Study tracks repercussions from reduced pre-op testingJan. 17, 2019, 10:50 AM
by Paul Govern
When clinical teams at Vanderbilt University Medical Center dramatically reduced several types of preoperative testing for elective surgery patients, there were no repercussions for these patients in terms of case cancellation rates, average length of stay in the hospital or rates of readmission to VUMC.
That’s the finding of a retrospective observational study by Jonathan Wanderer, MD, MPhil, and Gen Li, MS, MS, appearing in the Journal of Clinical Anesthesia.
“We’re very encouraged by these results. Where the rooting out of unnecessary testing is concerned, many health care institutions have been slow to adopt established preoperative testing guidelines, and we think this might be due in part to fear that OR operations might become disrupted, whether by increases in case cancellations or by last-minute testing.
“But our study shows that more refined, targeted protocols can be successful in reducing unnecessary testing without disrupting the OR and without increasing adverse patient outcomes as measured by length of hospital stay or hospital readmission,” said Wanderer, associate professor of Anesthesiology and Biomedical Informatics and medical director of the Vanderbilt Preoperative Evaluation Center (VPEC).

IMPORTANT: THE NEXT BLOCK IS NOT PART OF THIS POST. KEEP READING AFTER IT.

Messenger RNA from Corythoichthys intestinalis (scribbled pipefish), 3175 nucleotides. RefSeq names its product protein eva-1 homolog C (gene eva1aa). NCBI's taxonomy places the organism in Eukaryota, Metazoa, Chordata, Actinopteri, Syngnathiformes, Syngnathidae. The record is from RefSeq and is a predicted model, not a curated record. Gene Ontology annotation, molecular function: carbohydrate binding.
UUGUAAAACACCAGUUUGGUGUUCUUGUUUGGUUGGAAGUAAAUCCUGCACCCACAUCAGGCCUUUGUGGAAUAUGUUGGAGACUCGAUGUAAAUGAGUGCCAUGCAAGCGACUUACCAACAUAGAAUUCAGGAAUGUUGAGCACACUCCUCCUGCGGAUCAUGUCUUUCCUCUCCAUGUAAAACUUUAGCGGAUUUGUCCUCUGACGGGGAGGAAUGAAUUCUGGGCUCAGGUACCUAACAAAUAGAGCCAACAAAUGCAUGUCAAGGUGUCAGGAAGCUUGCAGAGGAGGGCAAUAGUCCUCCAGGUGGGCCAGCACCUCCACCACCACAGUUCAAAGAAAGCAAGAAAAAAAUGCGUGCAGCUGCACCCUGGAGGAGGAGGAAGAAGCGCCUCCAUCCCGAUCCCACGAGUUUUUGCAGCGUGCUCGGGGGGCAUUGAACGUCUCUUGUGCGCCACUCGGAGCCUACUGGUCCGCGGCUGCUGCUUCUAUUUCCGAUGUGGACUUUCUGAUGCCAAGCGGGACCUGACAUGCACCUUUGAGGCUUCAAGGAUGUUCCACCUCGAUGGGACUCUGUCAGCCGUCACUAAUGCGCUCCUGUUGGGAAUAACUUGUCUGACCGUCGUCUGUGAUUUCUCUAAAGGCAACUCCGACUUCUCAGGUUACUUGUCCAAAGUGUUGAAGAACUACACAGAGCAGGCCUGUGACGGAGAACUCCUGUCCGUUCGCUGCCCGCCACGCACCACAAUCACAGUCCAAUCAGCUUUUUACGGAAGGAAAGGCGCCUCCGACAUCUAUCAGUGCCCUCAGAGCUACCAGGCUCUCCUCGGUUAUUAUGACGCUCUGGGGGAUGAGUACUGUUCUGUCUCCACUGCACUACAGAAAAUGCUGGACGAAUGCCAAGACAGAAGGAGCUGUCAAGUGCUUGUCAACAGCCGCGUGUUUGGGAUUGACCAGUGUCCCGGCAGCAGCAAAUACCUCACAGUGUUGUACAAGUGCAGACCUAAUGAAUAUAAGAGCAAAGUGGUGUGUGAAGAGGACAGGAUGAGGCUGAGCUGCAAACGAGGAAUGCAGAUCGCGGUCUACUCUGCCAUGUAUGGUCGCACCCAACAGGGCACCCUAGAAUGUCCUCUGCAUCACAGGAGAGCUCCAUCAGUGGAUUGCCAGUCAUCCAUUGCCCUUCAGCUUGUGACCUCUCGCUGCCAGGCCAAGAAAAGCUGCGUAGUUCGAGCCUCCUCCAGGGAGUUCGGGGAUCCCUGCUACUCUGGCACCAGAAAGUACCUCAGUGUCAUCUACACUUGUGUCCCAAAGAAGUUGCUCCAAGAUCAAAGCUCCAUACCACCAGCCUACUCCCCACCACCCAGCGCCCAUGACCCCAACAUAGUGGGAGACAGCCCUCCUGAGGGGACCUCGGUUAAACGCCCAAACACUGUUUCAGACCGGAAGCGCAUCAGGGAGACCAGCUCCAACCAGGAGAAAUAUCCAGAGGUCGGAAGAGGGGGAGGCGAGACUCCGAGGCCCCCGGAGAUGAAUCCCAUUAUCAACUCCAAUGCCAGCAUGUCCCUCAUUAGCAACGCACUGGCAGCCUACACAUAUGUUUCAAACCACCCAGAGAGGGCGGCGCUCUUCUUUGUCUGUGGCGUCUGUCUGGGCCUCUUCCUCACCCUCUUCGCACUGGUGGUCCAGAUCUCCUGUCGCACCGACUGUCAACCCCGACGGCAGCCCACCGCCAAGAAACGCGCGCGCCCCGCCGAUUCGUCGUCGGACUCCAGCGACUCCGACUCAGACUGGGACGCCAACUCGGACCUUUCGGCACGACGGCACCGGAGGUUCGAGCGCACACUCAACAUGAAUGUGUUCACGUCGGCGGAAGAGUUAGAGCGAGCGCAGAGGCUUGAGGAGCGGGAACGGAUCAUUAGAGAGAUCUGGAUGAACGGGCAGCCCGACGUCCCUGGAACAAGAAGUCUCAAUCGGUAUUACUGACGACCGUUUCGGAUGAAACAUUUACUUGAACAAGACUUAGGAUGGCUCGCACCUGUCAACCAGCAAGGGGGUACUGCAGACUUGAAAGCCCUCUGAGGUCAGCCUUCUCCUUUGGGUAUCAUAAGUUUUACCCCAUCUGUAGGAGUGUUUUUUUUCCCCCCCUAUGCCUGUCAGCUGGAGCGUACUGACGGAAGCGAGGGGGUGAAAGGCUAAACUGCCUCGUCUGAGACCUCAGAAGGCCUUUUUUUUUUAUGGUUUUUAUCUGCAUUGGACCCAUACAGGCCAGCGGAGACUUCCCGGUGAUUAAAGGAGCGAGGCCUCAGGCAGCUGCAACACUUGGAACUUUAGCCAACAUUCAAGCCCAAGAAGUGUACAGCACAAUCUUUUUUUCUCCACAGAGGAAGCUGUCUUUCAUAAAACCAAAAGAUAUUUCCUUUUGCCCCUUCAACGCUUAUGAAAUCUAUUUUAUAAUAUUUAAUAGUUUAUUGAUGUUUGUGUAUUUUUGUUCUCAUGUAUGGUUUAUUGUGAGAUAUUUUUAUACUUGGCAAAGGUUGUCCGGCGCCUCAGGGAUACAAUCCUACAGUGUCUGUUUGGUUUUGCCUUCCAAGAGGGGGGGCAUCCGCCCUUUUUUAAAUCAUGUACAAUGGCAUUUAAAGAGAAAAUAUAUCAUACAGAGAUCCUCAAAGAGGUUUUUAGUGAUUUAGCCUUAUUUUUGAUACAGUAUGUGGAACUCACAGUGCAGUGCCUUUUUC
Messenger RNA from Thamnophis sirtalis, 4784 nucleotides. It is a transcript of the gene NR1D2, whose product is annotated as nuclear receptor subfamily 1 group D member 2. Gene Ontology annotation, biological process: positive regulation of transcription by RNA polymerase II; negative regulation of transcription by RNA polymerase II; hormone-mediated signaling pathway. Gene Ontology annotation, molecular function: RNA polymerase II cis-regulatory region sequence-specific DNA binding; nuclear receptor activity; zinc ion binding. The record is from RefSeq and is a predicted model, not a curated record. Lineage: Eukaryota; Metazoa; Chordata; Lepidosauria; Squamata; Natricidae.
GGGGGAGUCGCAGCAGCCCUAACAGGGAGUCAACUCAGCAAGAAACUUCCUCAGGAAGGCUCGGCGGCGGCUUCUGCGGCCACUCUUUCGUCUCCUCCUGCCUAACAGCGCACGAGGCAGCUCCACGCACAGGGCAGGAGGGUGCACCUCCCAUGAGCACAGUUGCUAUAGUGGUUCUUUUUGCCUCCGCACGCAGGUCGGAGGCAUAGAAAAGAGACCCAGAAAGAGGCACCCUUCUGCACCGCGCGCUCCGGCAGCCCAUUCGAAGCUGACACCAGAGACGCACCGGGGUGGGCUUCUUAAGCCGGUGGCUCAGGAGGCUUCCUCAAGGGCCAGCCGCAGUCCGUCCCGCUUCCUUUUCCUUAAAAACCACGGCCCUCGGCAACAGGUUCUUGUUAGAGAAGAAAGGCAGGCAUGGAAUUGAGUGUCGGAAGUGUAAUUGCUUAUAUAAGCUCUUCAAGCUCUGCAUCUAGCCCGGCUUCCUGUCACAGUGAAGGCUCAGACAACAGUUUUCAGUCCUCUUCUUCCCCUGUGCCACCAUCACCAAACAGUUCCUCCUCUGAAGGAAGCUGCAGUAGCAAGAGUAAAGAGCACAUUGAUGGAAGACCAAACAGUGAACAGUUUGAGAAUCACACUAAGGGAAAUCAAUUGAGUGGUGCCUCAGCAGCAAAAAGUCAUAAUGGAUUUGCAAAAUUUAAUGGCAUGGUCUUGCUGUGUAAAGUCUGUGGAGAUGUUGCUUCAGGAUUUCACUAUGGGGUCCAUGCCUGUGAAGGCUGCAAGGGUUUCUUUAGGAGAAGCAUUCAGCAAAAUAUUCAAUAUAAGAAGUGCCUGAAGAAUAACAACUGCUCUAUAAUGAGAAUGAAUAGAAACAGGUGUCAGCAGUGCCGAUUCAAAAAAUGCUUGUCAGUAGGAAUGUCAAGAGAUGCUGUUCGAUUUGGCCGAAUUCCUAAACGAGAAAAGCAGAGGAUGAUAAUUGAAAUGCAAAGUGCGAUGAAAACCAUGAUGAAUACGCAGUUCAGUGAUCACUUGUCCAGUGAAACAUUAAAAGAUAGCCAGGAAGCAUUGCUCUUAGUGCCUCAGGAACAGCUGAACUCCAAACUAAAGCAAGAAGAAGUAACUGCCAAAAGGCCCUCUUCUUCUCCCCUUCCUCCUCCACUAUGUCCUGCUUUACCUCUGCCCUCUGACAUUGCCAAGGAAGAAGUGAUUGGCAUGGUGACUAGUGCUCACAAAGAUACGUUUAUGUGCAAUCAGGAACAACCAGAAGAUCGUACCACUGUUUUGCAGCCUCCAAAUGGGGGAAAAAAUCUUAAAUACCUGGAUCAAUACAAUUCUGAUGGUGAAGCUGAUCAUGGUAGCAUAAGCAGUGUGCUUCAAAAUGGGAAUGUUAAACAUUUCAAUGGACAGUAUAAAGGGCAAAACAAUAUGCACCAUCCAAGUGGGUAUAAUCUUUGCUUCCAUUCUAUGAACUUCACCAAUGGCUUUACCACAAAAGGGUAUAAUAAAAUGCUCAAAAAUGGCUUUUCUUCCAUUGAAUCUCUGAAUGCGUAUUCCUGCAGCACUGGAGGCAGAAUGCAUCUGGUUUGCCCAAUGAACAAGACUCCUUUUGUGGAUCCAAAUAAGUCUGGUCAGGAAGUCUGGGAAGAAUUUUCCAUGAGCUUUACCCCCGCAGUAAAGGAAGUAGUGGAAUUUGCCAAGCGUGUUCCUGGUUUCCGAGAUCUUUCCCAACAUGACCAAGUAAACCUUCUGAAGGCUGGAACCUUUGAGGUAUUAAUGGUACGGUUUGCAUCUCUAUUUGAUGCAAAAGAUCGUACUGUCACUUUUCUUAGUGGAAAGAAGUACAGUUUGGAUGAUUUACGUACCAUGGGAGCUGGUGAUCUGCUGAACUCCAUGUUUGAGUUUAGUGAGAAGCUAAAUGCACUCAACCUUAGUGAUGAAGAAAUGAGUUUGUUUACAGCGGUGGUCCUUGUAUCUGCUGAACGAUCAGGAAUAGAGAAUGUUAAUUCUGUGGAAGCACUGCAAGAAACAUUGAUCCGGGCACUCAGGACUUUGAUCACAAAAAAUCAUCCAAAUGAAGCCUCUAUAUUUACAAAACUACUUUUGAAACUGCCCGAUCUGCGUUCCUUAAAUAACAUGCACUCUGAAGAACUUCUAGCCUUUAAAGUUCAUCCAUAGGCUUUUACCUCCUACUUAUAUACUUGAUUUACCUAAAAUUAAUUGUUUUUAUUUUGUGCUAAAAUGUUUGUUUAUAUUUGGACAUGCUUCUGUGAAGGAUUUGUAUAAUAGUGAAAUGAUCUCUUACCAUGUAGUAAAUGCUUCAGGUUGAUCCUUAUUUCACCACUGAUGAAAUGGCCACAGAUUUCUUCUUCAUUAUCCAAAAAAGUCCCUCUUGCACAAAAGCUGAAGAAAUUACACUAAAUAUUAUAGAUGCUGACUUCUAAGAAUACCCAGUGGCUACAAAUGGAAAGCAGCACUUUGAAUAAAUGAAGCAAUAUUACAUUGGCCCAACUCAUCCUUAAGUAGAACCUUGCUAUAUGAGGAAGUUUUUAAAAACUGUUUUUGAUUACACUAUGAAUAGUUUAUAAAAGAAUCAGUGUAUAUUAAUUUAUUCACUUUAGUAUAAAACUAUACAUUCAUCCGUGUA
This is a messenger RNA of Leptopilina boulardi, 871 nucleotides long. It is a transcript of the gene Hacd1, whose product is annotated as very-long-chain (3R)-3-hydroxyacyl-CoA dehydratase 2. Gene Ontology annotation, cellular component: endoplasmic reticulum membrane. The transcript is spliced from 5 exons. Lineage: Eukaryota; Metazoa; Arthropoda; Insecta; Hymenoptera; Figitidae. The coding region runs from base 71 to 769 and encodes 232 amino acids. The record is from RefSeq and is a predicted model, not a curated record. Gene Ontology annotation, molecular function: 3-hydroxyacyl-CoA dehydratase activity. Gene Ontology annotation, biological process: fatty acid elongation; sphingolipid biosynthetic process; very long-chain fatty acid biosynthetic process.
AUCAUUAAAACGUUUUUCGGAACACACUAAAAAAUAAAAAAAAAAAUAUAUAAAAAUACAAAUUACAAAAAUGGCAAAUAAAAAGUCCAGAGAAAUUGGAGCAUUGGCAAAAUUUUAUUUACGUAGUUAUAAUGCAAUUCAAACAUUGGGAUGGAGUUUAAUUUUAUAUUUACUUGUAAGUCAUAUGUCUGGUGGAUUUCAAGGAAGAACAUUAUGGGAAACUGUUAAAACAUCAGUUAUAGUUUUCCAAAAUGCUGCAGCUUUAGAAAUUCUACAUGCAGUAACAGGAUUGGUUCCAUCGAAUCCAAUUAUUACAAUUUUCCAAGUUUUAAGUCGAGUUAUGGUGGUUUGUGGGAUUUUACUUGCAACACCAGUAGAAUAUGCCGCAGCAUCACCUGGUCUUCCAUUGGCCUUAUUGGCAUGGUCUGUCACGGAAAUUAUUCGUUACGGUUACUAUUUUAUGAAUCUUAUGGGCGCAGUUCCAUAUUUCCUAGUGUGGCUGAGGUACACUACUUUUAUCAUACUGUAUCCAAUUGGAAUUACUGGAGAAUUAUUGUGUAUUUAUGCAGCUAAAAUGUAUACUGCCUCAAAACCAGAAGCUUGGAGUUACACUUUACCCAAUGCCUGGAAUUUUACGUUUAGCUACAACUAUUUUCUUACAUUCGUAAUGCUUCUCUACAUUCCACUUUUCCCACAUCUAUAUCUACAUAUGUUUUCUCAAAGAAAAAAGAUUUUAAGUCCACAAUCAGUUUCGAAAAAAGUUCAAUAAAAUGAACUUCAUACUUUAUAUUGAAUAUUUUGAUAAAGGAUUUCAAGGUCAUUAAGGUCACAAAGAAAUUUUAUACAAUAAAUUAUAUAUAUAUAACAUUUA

From 2012 to 2015, VPEC refined its protocols based on national guidelines and consensus among VUMC experts, in part to reduce unnecessary patient tests through more discriminating use of chest X-rays, electrocardiograms and lab studies. Concurrently, the preoperative chest X-ray protocol used by surgical teams across VUMC was refined, and surgeons completed brief training modules about the protocol.
When the researchers analyzed 56,425 cases that had been evaluated preoperatively by VPEC before and after the various protocol changes, they found that the rate of preoperative electrocardiogram orders decreased from 62 to 32 percent; preop basic metabolic panels and blood cell counts both decreased from 71 to 51 percent; and preop blood coagulation testing decreased from 38 to 30 percent. To examine preop ordering of chest X-rays, the researchers analyzed 72,605 cases, finding a decrease from 11.8 to 3.1 percent.
After the protocol changes, rates of testing on the day of surgery were unchanged for these tests, except in the case of basic metabolic panels, which increased from 0.28 to 0.66 percent. Among patients evaluated preoperatively, length of hospital stay was found to have decreased by one day and there were no significant increases in case cancellations or readmissions to VUMC within 30 days.
Wanderer and Li were joined in the study by Sarah Nelson, MPH, Hanyuan Shi, MD, Maxim Terekhov, MS, and Jesse Ehrenfeld, MD, MPH.